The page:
An overview of the automatic stay

On Behalf of | Jan 27, 2023 | Bankruptcy |

The moment you file a bankruptcy petition with a Florida court, you will be granted an automatic stay against most creditor collection activities. The stay generally remains in place for the duration of the proceeding unless there is a valid reason to remove it.

How an automatic stay might help you

Prior to filing for bankruptcy, your lender may have refused to renegotiate the terms of an existing loan or forgive an outstanding credit card balance. This is because it had the right to take your car, file a lawsuit or take other steps to get its money back. However, after you file, your lender has fewer options to get what it is owed. Therefore, it may be more likely to negotiate in good faith now that you have more leverage. You should know that your creditors may get nothing if you file for Chapter 7 protection and don’t have any nonexempt assets.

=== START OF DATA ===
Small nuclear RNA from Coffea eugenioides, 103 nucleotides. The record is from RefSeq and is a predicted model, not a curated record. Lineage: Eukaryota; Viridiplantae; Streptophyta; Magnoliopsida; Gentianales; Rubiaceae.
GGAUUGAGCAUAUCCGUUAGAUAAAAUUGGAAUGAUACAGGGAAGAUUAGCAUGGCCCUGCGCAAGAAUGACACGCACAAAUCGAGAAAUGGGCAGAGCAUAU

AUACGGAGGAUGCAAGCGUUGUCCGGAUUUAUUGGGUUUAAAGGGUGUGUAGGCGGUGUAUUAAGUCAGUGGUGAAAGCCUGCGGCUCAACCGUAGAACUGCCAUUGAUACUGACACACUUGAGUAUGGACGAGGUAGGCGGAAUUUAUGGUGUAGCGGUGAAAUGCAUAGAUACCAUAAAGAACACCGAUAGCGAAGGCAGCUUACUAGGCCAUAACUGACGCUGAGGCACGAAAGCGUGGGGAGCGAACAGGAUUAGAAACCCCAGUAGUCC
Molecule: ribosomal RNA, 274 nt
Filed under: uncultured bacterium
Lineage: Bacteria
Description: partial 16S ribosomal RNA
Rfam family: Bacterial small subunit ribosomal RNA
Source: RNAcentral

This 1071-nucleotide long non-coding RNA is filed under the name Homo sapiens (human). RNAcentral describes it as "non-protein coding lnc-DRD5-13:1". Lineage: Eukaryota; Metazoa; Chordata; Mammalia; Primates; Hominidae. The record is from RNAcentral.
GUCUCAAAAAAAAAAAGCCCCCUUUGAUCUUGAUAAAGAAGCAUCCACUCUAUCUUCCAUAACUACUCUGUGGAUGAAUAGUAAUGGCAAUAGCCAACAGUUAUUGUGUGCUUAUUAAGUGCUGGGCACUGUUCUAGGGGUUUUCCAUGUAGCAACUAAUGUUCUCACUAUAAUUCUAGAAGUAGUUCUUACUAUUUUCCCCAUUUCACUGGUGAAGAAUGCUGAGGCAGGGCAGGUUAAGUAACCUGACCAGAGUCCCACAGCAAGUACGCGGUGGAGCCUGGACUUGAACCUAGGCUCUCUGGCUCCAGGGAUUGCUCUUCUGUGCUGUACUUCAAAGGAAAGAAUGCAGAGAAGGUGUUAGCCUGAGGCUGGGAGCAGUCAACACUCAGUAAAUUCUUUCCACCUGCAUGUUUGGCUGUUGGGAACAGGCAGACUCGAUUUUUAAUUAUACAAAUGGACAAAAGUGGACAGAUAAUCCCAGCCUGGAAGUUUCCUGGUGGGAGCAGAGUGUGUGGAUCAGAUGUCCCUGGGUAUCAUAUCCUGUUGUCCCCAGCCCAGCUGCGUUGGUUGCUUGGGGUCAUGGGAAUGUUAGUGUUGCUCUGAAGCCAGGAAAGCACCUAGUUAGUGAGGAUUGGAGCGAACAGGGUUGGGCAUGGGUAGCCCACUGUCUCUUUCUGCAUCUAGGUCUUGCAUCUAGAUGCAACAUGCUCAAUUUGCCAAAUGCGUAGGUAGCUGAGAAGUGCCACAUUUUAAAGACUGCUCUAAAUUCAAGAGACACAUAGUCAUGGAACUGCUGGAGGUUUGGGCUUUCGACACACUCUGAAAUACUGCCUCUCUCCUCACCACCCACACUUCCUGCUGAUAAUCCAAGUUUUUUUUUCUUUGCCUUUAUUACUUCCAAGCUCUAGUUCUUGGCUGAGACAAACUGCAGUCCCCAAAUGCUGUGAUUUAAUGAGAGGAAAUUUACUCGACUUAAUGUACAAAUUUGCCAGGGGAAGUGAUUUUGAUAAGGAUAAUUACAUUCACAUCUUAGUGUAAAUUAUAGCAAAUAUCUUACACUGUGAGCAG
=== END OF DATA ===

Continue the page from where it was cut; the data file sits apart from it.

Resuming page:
The automatic stay may be contested

Your creditors may contest the stay on the grounds that you filed for bankruptcy in bad faith. For instance, if it can be shown that you racked up a large credit card bill just days before going to court, the stay may be dropped entirely or dropped for the entity that owns the debt. A stay may also be removed or only applied temporarily if you have filed for bankruptcy in the past.

Bankruptcy may be ideal if you are looking for a way to eliminate or reorganize debts in an efficient manner. If a debt balance is discharged, you are under no obligation to repay it. However, priority and secured debtors such as the IRS or a mortgage lender may choose to start or continue collection efforts after your case has been resolved.